# Bubble Sort: Time and Space Complexities

### Algorithm

Bubble sort, also known as sinking sort, is a sorting algorithm that repeatedly steps through a list, compares adjacent pairs and swaps them if they are not in the right order. The pass through the list is repeated, until the sorting is complete. The algorithm, which is a comparison sort, is named for the way smaller or larger elements "bubble" to the top of the list.

### Solution 1

This is my BubbleSort function:

def BubbleSort(l):
for i in range(len(l)-1):
for j in range(len(l)-1-i):
if (l[j]>l[j+1]):
l[j],l[j+1]=l[j+1],l[j]
return l


which outputs:

print(BubbleSort([1,5,-5,0,10,100]))
[-5, 0, 1, 5, 10, 100]


### Solution 2

With some detailed advice, here is a second solution, limited to using one list comprehension:

def BubbleSort(l):
[l.append(l.pop(0) if i == len(l) - 1 or l < l else l.pop(1)) for j in range(0, len(l)) for i in range(0, len(l))]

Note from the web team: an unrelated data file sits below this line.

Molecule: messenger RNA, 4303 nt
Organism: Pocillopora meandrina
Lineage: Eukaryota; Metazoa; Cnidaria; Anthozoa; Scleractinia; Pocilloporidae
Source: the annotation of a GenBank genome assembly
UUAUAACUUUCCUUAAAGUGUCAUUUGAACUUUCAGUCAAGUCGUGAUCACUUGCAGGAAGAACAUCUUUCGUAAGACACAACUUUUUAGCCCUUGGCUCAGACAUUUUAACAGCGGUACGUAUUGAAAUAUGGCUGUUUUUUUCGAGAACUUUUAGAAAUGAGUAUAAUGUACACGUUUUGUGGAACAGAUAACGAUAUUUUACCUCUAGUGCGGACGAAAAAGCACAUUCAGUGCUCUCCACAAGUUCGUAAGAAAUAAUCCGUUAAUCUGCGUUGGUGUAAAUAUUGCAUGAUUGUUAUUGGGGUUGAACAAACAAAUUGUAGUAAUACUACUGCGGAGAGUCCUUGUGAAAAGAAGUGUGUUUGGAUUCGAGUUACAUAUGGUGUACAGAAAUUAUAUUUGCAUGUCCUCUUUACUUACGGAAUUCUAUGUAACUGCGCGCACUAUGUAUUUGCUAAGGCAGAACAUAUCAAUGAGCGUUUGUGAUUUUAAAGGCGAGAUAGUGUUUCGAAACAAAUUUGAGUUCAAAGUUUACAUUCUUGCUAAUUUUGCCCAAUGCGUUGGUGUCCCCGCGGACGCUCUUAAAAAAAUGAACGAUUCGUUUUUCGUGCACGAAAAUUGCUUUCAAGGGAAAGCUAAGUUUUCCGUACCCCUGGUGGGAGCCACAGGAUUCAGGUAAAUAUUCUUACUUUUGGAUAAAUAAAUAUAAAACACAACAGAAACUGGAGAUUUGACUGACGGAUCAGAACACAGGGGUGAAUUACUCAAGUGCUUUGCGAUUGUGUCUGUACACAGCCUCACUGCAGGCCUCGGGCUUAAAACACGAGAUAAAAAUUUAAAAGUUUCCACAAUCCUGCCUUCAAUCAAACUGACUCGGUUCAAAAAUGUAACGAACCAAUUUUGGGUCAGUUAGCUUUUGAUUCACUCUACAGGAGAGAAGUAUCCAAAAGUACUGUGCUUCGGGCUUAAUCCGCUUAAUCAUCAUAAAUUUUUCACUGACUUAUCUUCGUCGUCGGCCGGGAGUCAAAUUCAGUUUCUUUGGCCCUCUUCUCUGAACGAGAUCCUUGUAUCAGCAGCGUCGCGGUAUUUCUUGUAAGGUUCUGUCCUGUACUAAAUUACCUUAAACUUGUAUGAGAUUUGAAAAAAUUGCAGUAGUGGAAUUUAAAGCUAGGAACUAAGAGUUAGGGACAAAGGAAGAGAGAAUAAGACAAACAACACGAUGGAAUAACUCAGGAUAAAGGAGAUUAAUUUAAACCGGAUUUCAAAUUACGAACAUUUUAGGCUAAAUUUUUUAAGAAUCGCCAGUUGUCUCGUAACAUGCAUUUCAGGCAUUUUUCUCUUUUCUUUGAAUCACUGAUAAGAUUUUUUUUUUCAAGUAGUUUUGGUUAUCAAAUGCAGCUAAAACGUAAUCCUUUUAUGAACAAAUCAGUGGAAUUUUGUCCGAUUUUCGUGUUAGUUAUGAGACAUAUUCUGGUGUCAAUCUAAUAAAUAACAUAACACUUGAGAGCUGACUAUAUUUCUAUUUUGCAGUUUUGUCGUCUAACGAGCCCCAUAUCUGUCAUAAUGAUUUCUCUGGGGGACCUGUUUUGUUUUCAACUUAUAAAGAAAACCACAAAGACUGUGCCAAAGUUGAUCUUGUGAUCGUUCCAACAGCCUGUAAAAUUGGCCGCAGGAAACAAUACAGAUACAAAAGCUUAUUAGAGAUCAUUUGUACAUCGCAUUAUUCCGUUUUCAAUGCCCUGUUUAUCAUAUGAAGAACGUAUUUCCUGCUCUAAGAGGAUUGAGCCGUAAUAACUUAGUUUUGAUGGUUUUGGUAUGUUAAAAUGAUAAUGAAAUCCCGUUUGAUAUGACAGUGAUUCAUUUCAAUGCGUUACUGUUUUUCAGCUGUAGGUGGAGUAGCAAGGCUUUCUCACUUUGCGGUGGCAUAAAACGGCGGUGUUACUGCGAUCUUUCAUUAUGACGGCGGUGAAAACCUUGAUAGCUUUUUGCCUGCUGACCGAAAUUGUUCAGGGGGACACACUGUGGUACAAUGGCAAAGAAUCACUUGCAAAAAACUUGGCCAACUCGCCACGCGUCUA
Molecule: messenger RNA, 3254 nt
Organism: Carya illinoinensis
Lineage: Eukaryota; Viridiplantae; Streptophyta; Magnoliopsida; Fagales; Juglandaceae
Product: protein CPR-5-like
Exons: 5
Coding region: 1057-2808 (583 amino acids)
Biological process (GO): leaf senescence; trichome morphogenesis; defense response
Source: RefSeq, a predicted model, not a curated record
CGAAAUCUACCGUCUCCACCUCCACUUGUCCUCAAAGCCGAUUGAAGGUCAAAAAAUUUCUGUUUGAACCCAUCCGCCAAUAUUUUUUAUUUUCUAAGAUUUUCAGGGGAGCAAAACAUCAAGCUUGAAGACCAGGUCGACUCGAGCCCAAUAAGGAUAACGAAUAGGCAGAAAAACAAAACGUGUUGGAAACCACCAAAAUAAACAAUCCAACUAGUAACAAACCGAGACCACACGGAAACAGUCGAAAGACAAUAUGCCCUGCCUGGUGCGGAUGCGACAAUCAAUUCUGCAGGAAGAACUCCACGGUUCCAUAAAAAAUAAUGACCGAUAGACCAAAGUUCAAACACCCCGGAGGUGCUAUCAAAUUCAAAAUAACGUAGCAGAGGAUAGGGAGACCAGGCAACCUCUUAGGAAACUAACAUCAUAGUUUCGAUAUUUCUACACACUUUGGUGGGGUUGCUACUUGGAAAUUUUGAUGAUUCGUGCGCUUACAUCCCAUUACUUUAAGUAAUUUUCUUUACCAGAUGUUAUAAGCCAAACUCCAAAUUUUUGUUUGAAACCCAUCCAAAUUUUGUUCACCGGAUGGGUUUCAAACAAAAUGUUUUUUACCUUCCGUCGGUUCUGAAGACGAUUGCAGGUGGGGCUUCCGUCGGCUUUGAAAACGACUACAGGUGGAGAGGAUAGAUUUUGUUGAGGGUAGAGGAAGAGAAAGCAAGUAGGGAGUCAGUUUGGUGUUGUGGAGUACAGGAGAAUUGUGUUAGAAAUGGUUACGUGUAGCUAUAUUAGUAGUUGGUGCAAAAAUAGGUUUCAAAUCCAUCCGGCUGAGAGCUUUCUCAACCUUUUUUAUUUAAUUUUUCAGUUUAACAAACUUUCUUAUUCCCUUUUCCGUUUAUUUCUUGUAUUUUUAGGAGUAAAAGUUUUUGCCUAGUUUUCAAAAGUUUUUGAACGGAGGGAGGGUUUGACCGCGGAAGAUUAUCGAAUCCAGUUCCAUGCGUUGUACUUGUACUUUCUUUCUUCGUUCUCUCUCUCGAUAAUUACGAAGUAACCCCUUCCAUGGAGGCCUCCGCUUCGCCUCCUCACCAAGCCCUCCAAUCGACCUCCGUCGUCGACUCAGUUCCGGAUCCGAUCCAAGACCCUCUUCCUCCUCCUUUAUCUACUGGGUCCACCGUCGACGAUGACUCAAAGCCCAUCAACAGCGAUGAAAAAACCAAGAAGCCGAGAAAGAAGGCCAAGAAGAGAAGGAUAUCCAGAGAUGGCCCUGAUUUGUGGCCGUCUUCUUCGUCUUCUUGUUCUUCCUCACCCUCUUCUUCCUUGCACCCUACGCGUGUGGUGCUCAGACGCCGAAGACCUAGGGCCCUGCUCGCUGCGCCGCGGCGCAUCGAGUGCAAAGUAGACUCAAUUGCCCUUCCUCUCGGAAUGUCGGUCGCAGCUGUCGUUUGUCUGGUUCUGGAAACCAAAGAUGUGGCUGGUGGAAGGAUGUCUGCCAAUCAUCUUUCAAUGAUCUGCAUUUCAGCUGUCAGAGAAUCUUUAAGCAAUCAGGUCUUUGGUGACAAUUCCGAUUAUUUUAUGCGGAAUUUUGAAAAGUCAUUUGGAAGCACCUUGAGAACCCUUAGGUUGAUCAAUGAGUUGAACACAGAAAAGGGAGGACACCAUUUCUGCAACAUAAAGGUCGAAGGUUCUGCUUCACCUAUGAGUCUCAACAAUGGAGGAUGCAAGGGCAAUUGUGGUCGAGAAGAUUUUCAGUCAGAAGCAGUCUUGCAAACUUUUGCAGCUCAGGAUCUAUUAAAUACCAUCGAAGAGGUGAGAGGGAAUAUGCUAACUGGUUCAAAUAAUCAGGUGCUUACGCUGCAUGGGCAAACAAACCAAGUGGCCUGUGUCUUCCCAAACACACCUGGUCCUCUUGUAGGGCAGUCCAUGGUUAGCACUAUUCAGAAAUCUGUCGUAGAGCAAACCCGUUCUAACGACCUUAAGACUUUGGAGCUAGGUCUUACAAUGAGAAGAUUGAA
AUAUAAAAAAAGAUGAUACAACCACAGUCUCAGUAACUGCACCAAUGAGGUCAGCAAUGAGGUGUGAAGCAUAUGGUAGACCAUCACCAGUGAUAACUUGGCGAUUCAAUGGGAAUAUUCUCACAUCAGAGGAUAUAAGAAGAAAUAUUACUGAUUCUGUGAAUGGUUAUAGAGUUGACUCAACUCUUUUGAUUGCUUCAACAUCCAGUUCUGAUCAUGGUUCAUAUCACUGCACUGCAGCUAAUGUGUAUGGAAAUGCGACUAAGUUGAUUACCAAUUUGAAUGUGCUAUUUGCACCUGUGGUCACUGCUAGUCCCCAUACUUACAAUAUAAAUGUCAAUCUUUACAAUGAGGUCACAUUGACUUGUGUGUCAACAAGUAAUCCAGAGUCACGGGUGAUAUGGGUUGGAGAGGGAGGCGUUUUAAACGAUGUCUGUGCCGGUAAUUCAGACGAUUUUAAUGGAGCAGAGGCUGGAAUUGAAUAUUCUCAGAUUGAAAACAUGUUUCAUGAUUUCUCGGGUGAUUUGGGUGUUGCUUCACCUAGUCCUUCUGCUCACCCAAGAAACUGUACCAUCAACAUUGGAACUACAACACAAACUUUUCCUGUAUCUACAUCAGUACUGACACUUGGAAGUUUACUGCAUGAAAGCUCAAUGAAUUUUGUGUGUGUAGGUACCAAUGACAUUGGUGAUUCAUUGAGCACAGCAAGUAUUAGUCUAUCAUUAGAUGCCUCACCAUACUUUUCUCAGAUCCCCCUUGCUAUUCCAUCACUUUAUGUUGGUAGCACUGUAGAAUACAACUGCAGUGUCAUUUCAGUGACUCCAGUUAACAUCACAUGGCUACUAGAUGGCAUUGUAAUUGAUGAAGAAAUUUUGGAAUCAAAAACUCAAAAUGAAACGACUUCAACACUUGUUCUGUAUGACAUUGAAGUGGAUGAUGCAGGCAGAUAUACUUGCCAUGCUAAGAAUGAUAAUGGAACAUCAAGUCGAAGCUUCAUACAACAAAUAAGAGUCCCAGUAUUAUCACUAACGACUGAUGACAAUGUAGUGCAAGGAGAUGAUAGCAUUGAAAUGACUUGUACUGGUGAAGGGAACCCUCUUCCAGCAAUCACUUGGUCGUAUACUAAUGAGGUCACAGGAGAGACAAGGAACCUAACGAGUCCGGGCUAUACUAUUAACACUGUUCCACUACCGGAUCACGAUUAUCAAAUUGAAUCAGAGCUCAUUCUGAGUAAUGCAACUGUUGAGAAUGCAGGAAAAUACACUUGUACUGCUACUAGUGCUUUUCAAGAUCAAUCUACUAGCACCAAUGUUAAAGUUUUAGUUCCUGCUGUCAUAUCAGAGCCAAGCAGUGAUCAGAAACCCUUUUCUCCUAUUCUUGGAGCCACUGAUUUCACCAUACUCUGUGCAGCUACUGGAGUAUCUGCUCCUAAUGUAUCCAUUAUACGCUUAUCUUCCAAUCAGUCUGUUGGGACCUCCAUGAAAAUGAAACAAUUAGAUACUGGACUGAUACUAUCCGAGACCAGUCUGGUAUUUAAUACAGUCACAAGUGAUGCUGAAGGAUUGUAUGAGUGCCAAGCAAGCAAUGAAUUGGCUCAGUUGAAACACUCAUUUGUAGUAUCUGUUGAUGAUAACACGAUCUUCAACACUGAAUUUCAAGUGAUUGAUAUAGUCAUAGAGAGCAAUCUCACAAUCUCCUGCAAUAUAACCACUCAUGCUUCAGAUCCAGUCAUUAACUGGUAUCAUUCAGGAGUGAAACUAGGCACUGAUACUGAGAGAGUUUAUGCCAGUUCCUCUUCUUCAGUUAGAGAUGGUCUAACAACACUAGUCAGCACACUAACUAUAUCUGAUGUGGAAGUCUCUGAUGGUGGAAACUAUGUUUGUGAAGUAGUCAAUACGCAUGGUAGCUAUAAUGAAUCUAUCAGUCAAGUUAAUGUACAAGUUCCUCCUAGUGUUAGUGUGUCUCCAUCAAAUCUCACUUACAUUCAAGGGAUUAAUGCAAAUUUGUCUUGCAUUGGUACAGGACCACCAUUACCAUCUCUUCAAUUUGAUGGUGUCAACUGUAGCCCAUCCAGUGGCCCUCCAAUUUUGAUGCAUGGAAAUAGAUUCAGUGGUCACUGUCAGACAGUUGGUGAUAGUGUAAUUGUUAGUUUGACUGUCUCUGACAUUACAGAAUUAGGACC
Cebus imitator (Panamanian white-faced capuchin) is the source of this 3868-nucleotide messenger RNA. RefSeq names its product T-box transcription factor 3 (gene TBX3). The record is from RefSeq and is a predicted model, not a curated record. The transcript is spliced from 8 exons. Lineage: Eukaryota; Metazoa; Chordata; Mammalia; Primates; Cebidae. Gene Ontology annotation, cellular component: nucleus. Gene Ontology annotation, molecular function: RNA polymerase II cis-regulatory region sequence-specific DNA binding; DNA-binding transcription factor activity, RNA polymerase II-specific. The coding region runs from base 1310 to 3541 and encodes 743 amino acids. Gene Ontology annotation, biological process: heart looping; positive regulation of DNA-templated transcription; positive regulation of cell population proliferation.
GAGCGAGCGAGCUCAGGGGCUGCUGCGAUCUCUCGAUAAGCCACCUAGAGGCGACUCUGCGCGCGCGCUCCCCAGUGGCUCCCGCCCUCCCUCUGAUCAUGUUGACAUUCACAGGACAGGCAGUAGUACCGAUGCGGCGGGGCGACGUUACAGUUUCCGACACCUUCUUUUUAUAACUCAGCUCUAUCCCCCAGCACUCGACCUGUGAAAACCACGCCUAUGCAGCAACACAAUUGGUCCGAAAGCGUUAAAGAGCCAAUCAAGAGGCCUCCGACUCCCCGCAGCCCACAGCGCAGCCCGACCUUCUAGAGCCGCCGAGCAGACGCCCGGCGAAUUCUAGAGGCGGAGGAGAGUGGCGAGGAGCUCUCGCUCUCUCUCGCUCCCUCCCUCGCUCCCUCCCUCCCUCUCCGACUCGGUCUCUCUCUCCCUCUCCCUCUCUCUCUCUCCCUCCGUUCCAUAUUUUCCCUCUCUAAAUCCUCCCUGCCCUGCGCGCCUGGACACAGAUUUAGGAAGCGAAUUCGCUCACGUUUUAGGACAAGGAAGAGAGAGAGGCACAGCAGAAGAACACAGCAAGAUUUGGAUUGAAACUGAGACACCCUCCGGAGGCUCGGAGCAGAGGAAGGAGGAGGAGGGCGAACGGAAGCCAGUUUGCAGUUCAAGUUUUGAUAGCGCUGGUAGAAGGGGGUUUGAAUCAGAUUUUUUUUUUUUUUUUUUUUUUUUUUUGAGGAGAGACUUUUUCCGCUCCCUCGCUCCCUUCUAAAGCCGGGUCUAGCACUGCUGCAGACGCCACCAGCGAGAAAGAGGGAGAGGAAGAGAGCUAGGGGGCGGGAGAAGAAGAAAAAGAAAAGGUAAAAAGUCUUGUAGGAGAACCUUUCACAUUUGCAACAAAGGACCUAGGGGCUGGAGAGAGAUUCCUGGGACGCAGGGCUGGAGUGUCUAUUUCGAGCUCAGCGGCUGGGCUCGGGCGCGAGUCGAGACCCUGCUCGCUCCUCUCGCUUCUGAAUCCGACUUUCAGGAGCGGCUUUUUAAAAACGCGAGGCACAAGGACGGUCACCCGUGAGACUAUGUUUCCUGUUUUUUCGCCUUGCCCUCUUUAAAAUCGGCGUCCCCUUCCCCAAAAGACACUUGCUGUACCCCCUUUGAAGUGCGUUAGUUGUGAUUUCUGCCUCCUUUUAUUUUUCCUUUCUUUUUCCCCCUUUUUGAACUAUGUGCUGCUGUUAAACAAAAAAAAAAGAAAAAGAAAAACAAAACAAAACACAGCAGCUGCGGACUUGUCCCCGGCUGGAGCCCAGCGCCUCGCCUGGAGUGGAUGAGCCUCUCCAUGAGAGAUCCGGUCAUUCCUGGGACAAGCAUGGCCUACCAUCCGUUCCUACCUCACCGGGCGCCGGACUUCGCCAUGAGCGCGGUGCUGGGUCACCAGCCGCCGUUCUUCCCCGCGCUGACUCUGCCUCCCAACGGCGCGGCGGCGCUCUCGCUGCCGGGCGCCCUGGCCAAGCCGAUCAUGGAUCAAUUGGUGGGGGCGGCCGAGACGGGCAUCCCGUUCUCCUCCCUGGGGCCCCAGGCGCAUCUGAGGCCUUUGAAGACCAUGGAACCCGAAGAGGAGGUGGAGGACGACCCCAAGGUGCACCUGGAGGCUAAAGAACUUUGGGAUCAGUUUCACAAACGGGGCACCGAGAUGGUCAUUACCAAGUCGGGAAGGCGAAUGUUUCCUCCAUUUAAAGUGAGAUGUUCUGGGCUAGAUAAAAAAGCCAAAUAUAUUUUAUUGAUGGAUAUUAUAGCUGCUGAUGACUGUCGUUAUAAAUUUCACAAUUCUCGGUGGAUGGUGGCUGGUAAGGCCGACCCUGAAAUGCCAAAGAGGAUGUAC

which somewhat outputs the same:

l = [1,5,-5,0,10,100]
BubbleSort(l)
print(l)
[-5, 0, 1, 5, 10, 100]


Would you be so kind and review it? I'd also like to know about time/space complexities, if you possibly had time.

• I don't understand what you are really asking, all of your answers are here and in Wikipedia, you pretty much tackle it already Aug 5, 2019 at 10:53

BubbleSort is not an efficient algorithm. Talking time-complexity it runs in $$\O(n^2)\$$ which is okay given a very small array, but for a larger amount of numbers its almost unusable.
This is a comparison between a few sorting algorithms that i wrote in C#. As you can see the only advantage of BubbleSort over the other algorithms is that it is very easy to program. Anyway - back to your code. I would your implementation is good although i find the first one way more readable. All in all if you just wanted to implement BubbleSort you did a good job, but if you really want to sort a list, you should definitely consider another algorithm that runs in $$\O(log(n))\$$.